Look, there's the trademark ribbon, colored to let an exhibitor know who was coming down an expo aisle. Often red for the press, because we were supposed to be the megaphones to the countless customers who couldn't come to chilly San Francisco (four times, on my tour of duty) glittery hot Las Vegas (where a waterpark hosted the signature party), or even the gritty streets of Detroit (scene of thefts from the expo floor, among other indignities. We pulled up to Cobo Hall there to see banners for Just Say No to Crack Day, with a phalanx of school busses parked outside. You can't make this stuff up.)

On my first annual conference trek, we took an artisanal booth to the basement expo hall of the Washington DC Hilton. This was an Interex with an HP founder as keynoter, but David Packard wasn't CEO at the time. He had worked in Washington as US Deputy Secretary of Defense while the 3000 was being created, a good post for someone who'd launched the most famous test instrument maker in the free world. (Yes, that's what we called it during the Cold War.) The HP Chronicle where first I edited 3000 stories had never taken a booth to a show before that week in September, and so we had one built out of 2x4s, birch panels, hinges and black carpet, so heavy it required a fork lift just to get it onto the concrete floor. That was the year we learned about the pro-grade booths you could check as luggage, instead of ship as trucked freight like a coffin.

Hey, there's a set of classic computer platform ID stickers, along the bottom of that '89 nametag. HP was calling its PC the Vectra at the time, another example of the company learning its way in the marketing lanes. You wore these to identify each other in a crowd, so you could talk about, say, the Series 100 HP Portable line. If somebody didn't have your sticker, you could move on. It was all about the conversations -- um, sort of in-person Facebook post or Twitter feed. Except what you said couldn't be repeated to 100 million people in the next minute.

There were ways to stand out, if you were inventive. Not necessarily like the buttons (Always Online! was the new 3000 News/Wire) or even the handsome pins (see one attached to the red ribbon of the HP World '96 badge.) You might have little wooden shoes pinned to a ribbon, so people would come by your Holland House software booth and pick up a pair for themselves. People gave away things at these events from glow in the dark yo-yos to chair massages to Polaroid snapshots that you posed for wearing headbands, flashing a peace sign in front of a '60s VW Bus.

PosterLargeThe show in '96 was notable for being the first that didn't bear the user group's name (Interex had struck a deal to call its event HP World) and being the only conference with a football-field-sized publicity stunt. We'd just finished our first year of publication and decided to sponsor the lunch that was served to volunteers putting up the World's Largest Poster on an Anaheim high school field. The booster club served the lunch to the 3000 faithful; some took away a souvenir sunburn from walking on the white panels in Southern California's August.

There are still trade shows in HP's marketplace, but all of them are run by HP with user group help and speakers. The trade is in secrets as well as techniques and sales strategies. It's been nearly a decade, though, since a hurricane postponed a show -- and that wasn't the only annual meeting to face the wrath of a storm. That's what you risk when you meet in August and September, and your moveable feasts include stops along the Gulf of Mexico.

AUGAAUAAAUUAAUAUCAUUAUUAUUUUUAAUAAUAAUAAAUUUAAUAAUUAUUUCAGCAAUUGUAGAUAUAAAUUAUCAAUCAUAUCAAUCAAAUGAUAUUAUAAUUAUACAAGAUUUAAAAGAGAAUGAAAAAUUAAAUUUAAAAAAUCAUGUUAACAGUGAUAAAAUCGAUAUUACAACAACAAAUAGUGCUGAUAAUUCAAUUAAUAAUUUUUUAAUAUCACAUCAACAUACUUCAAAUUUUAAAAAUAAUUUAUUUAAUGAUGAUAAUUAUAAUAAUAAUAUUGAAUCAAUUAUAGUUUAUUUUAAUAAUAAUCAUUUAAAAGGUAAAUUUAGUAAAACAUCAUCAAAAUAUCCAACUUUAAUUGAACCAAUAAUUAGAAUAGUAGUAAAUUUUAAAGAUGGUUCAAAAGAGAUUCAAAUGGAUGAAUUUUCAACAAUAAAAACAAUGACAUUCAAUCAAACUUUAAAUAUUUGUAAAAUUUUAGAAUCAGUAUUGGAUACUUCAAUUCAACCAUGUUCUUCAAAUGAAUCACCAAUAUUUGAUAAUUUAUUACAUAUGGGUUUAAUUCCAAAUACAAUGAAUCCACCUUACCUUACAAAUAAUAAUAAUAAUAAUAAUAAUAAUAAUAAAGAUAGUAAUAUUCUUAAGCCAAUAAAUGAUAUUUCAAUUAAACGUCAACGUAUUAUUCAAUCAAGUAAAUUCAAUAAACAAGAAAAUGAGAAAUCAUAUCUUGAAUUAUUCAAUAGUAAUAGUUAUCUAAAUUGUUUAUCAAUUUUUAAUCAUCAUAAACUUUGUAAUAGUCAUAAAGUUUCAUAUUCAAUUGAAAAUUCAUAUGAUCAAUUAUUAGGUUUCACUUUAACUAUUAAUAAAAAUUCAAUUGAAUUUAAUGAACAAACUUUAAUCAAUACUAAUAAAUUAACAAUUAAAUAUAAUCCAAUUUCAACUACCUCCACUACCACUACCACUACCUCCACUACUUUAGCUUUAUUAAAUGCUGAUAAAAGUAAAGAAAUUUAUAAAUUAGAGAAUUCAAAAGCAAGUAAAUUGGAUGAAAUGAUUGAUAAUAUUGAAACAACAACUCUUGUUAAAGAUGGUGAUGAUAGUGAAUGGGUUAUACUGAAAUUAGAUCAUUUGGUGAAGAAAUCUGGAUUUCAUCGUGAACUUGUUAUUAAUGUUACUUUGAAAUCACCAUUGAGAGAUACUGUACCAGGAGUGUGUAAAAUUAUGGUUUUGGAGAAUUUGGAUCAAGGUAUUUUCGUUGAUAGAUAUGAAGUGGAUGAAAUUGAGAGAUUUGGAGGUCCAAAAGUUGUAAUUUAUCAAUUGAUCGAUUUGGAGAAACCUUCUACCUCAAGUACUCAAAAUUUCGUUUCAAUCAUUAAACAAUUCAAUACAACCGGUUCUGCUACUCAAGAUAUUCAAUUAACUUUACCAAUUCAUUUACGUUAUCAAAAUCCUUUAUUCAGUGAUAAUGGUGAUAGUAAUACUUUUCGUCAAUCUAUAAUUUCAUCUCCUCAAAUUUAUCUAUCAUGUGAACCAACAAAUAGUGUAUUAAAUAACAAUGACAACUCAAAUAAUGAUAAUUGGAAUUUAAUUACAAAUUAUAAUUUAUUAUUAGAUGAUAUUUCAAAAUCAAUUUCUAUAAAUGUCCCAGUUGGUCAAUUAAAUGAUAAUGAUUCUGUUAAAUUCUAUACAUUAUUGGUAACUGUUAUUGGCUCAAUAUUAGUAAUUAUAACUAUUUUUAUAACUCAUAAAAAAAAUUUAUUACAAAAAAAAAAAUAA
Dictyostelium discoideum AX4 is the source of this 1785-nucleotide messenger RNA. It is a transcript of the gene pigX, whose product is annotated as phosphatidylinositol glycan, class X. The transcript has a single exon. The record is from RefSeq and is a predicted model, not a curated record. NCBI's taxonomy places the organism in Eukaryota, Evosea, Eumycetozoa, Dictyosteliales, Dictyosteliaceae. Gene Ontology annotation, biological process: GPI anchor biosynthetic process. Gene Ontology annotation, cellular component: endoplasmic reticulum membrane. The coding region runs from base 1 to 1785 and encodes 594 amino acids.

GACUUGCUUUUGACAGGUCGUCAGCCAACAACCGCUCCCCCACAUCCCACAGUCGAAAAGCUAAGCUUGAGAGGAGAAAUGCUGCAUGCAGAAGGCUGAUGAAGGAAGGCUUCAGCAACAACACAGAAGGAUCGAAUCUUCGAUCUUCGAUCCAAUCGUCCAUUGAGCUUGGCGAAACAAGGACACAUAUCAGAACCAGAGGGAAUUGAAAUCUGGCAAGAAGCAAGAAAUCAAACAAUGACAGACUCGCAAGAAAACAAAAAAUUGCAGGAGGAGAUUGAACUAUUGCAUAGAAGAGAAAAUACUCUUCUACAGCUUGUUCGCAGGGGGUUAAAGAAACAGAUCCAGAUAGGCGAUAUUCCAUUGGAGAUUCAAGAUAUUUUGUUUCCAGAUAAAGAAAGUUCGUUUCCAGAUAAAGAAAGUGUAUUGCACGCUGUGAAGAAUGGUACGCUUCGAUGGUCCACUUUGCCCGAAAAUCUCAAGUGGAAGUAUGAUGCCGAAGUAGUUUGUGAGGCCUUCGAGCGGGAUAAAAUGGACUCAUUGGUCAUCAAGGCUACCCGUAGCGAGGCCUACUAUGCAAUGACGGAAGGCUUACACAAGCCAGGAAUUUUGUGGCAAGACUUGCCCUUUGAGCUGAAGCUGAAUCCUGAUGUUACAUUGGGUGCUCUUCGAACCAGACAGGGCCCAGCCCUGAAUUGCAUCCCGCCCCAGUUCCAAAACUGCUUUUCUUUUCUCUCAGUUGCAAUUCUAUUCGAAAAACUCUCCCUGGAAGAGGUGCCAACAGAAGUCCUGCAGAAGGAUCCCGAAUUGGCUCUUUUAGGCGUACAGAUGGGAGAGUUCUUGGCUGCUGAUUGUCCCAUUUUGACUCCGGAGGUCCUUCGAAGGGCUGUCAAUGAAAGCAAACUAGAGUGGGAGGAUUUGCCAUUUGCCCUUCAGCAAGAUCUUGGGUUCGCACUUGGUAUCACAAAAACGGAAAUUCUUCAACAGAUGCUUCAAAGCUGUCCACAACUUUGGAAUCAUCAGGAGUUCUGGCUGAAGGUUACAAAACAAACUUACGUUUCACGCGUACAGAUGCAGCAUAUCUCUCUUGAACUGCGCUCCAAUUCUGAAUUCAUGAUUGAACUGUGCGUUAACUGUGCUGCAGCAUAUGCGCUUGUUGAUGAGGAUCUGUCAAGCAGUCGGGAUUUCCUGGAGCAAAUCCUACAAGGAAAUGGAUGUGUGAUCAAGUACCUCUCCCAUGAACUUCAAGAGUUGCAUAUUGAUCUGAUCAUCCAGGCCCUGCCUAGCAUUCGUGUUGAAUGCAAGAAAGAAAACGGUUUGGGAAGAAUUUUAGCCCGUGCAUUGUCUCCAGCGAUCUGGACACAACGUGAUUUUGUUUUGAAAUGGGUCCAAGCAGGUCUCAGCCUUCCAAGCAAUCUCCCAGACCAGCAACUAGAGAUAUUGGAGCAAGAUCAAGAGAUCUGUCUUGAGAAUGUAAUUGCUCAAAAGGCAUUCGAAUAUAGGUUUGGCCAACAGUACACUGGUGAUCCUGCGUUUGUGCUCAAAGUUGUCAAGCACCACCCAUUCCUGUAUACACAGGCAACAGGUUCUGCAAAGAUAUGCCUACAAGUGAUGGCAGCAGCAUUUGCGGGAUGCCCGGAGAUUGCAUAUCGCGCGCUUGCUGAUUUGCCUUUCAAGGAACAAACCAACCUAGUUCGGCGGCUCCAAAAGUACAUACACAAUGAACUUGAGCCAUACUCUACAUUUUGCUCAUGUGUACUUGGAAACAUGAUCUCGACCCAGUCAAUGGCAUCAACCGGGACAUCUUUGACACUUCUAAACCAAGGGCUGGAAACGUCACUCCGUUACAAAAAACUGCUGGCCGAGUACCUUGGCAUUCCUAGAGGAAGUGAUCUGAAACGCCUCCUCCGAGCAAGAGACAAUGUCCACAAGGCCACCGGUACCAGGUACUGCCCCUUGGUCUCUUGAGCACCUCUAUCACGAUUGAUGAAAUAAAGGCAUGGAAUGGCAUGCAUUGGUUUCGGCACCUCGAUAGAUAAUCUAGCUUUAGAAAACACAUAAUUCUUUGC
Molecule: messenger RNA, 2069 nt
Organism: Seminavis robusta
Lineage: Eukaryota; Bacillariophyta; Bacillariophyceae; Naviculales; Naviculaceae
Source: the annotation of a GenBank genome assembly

That gator-bearing badge from 1992 marks the first time an HP CEO attended an Interex where I shook hands and took notes. Unfortunately, that event was in New Orleans and directly in the path of Hurricane Andrew. Lew Platt was the CEO and among the majority of people who evacuated from the city while the storm approached. While hotel employees were taping up massive glass windows with industrial tape to keep them from shattering in the rising winds, Platt was doing his best to make it into his limo for a date with a waiting jet. He was stopped repeatedly on the way to that car by customers just wanting a moment, much to the dismay of his traveling partner already in the limo. Nobody could tell Lew where to go, though.

It was tough work, hosting these things, and the details were massive. Interex had a pair of conference marvels who sold and organized everything put the track of presentations, tightly sculpted by user group volunteers. But even things like Mellennium (sic) could make their way onto a show badge -- or in the case of the Toronto conference where we launched the NewsWire to everyone's surprise (including our own), ferries to take a very hungry crowd to the included supper on the island airbase just off the city's lakeshore. The boats were so crowded that few could see the fireboats along the way, chartered by Interex, to shoot off water salutes to guide our way. It may have been the only conference supper ever to be catered on an island. Down the street from the expo hall, Microsoft had hired an acrobat to rappel down the side of CN Tower to help launch Windows 95.

Along the way, I was lucky enough to shake hands and write during 20 annual North American user group shows whose setting was among these months. It all ended for us Interex members in a finale of 2004, as the group couldn't make it onto the shoreline of another yearly conference to put it into the black for the rest of the year. The next year Interex canceled its show, while Encompass and HP tried to collaborate to debut the HP Technology Conference in New Orleans. 2005 held even worse luck than 1992, though, because Katrina ripped apart the Big Easy, pushing this replacement event into Orlando one month later.